Someone commented that it makes Galaxia’s crystal connected to Beryl. What is actually more striking (with this kuin/chryso theory permitted) is that it makes more sense why Helios/heliodore (“the stone of the Sun”), such important character on the good guys side was just a type of Beryl, which would be more suited for a gem-named minion of this 1st season Level-2 villain boss (and now also with chrysometal eg. gold itself of Metalia heself, the Level-1 villain boss). Both are connected to the Sun – Metalia being the “Sun is bad, a thing not worth a senshi status that would be on par with Sailor Moon, but a dehumanized antithesis of the whole saior senshi thing), and Helios appears in the much later arcs as a solar astrological symbolism actually given some form of “on par with senshi” due importance. The Sun in the manga was rewrited, its story retold and the solar connection of Metalia never mentioned again – perhaps utilizing the fact that it was written in a way that could later be conviniently ignored, as well as making Mamoru’s strange status of being a zodiacal Leo, so his astrological ruling star would be the Sun, and the natural universal lore of king/god of the Sun and queen/goddess of the Moon as their mythical love story not longer just “no, he’s actually the Earth senshi equivalent, a chtonic guardian of this planet” but actually connected with Sun through additional character of Helios. In traditional astrology and numerology there is no planet Earth assigned to anything or any date of the year per se, as the Earth is actually the point of reference of the horoscopic geocentric/classical astrology. The Earth appears among other “astrological” planets only in physiognomy (face reading and face typology) and palmistry (hand reading) which are only losely connected with the actual astrology. Though it is quite natural for laymen to think of Earth as being just as a planet as Mercury and so on, especially in making up astrology-related stories, just like Sailor Moon. Naoko sort of was guilty of this too, but then went a bit towards more historical and technical accuracy (if that actually matters for a fictional show using its inspirations quite losely and being forced to changes by the editor and Toei- and Bandai- related people that were unfitting to Naoko’s personal plans for the story.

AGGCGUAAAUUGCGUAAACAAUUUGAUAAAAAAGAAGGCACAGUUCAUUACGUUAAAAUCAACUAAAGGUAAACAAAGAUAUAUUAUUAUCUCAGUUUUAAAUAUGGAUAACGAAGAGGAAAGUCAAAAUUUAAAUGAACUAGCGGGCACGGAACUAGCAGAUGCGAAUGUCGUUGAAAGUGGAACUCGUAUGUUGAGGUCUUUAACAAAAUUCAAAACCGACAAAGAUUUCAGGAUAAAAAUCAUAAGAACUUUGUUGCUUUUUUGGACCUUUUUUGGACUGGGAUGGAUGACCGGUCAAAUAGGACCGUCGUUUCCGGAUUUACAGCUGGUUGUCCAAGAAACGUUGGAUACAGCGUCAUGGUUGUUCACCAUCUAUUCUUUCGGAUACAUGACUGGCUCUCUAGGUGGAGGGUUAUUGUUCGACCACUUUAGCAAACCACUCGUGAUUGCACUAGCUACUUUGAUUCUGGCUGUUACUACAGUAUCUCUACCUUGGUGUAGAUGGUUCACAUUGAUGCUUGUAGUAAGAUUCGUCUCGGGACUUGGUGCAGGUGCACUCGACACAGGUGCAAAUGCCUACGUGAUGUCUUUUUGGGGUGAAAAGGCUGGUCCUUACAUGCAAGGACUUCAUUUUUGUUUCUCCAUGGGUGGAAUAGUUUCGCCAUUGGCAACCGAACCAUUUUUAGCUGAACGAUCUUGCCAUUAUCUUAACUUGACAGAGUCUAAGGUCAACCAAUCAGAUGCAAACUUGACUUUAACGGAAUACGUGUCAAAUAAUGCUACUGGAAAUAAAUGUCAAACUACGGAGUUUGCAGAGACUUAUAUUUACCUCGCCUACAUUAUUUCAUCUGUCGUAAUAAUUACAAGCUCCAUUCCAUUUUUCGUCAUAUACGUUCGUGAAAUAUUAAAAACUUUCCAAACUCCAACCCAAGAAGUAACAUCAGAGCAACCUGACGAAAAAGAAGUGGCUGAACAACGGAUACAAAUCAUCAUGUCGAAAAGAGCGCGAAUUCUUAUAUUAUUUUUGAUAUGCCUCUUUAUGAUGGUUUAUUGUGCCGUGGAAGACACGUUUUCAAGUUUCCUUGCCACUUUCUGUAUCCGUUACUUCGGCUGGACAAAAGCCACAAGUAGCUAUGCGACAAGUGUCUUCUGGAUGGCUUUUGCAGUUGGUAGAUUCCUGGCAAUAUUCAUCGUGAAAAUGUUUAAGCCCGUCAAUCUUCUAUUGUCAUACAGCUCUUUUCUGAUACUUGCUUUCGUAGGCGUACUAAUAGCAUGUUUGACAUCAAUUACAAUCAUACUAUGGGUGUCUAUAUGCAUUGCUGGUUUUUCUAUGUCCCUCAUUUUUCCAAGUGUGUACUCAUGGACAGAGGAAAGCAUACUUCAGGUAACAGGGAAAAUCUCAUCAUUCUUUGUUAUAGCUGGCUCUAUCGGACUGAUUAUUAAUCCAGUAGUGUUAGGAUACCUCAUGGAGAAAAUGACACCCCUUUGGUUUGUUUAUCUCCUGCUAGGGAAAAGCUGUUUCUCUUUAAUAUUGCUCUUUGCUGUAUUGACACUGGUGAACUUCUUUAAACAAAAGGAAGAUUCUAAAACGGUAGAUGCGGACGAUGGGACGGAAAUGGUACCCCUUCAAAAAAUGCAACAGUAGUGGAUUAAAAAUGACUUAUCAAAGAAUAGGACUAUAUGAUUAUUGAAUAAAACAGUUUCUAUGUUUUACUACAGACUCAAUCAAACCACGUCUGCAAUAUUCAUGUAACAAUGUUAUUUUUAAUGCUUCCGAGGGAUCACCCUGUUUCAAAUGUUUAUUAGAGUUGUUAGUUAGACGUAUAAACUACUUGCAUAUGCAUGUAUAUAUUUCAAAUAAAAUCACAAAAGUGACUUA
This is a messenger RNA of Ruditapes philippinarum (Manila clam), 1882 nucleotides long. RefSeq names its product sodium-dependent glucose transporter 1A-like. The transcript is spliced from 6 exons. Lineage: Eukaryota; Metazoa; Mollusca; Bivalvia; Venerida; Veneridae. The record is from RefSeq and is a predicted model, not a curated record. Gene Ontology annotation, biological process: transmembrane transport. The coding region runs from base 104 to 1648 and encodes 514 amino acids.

Anyways, your writing style, approach and research style are wonderful! I’m reading since yesterday or so and so many new ideas I ddin’t see last time I was googling some Sailor Moon stuff. As a professional astrologer and astrology-based graphic stories creator as well, I always look at all those theories differently. Different even from people who know a fair share of astrology, but only its modern western version of post 2000s, which was not the same as and not even all of Naoko’s pottential astrological sources. And in this perspective, I really strongly appreciate your work here!